With this in mind, your client will expect some form of quality assurance surveillance. Will you be monitoring project quality on a weekly or monthly basis? What will you be reviewing? Lay it all out in your project quality plan so that your client has a good picture of how you will make sure that the project stays on track.
4. Subcontractors and suppliers.
Outside organizations play a huge role in supplying materials and carrying out work on construction projects. Tell your client what key suppliers and subcontractors you’ll be using on their project.
It is always a good idea to include the following in your quality plan:
- Procedures you followed for qualifying suppliers and subcontractors
- Listing of project suppliers and subcontractors
- Records of supplier and subcontractor qualifications
5. Project quality specifications
It goes without saying that you will comply with your customer’s specifications. However, in many cases, the customer specifications do not tell you which building codes or industry standards apply to your scope of work. List them so there’s no confusion as to which versions of what standards apply to your project.
6. Inspections and tests.
A normal part of any construction process is to inspect phases of work (like steel erection) and to perform tests that verify material quality (like concrete strength) or a system function (determined by plumbing pressure test).
You should list all of the inspections and tests that you expect to be performing during the course of the entire project. You should also include the inspection forms and test reports that you will use when the time comes.
Most quality control plan specifications require you to submit procedures for conducting task inspections. I find it a good practice to include these procedures even if the client doesn’t specifically ask for them.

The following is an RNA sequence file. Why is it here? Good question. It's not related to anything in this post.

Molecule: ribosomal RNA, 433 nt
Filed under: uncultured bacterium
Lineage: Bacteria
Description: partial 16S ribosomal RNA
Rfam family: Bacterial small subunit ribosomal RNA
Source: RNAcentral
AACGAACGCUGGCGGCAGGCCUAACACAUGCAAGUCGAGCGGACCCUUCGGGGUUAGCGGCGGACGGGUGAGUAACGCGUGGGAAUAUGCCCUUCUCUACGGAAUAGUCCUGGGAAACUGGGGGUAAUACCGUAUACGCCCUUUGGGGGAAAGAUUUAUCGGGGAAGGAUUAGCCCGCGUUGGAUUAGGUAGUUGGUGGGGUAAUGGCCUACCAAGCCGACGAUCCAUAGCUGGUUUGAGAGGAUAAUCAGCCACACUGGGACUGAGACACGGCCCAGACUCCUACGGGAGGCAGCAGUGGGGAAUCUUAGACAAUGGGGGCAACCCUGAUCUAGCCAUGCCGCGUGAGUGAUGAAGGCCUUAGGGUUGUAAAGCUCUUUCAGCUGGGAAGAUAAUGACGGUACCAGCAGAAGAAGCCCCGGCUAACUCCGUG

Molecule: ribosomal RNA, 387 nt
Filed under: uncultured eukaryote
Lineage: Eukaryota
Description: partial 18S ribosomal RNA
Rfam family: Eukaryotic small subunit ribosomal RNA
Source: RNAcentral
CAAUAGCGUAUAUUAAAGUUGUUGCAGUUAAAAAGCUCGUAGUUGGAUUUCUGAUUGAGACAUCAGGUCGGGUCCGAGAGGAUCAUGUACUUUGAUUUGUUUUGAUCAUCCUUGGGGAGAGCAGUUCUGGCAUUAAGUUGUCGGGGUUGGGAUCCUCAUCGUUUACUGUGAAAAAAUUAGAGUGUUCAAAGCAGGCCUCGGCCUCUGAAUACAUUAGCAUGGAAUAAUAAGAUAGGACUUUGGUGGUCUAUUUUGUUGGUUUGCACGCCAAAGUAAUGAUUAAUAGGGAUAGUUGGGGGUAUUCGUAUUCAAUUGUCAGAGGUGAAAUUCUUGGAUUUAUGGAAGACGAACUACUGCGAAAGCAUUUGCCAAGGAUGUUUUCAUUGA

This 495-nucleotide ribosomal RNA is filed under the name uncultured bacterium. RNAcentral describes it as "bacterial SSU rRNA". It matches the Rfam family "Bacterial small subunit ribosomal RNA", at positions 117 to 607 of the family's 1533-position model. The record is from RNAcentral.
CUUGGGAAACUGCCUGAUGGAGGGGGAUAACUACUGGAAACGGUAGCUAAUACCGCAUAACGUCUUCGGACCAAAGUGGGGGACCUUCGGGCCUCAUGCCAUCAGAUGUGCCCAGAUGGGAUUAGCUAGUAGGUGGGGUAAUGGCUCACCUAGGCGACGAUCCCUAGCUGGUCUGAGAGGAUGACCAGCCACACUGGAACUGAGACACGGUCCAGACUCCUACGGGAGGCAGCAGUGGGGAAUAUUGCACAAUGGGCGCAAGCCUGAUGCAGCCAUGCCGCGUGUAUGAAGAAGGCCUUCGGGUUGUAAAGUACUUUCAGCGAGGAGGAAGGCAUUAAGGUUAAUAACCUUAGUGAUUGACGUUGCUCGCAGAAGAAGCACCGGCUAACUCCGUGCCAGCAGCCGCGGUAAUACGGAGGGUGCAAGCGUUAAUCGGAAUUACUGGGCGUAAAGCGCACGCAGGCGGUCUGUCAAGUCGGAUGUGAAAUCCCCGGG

Your inspection procedures should include how you do the following:
- Make sure that work is ready to begin
- Handle material receiving and inspections
- Monitor work in process
- Verify that completed work meets project specifications
7. Control of nonconformances
Everyone understands that from time to time things go wrong in construction. Your quality plan should discuss how you will handle these situations. Make it clear how you will control nonconformances so that you protect the overall quality of the project.
Be sure you define controlling nonconformances in such a way that it does not include routine corrections and punch items, or you may end up creating a lot of extra paperwork for yourself.
Typical nonconformance procedures include:
- Preventing cover-ups
- Corrective actions
- Records you will keep of the incident
8. Project completion inspections.
All of the things that we have discussed so far have had to do with individual tasks and phases of work. You’ll also want to discuss how you will conduct inspections and punch out near the end of the project to assure that all of the contracted work is completed to specifications.
So there you have it. That’s my list of eight essential elements you should include in your project–specific construction quality control plan. Use my list as a guide.
Have I missed anything? What would you include? Leave me a comment. I’d love to hear from you.
About the Author - Ed Caldeira is founder of First Time Quality, LLC, specializing in submittal-ready construction quality plan templates and custom quality plans as well as construction quality inspection/punchlist software.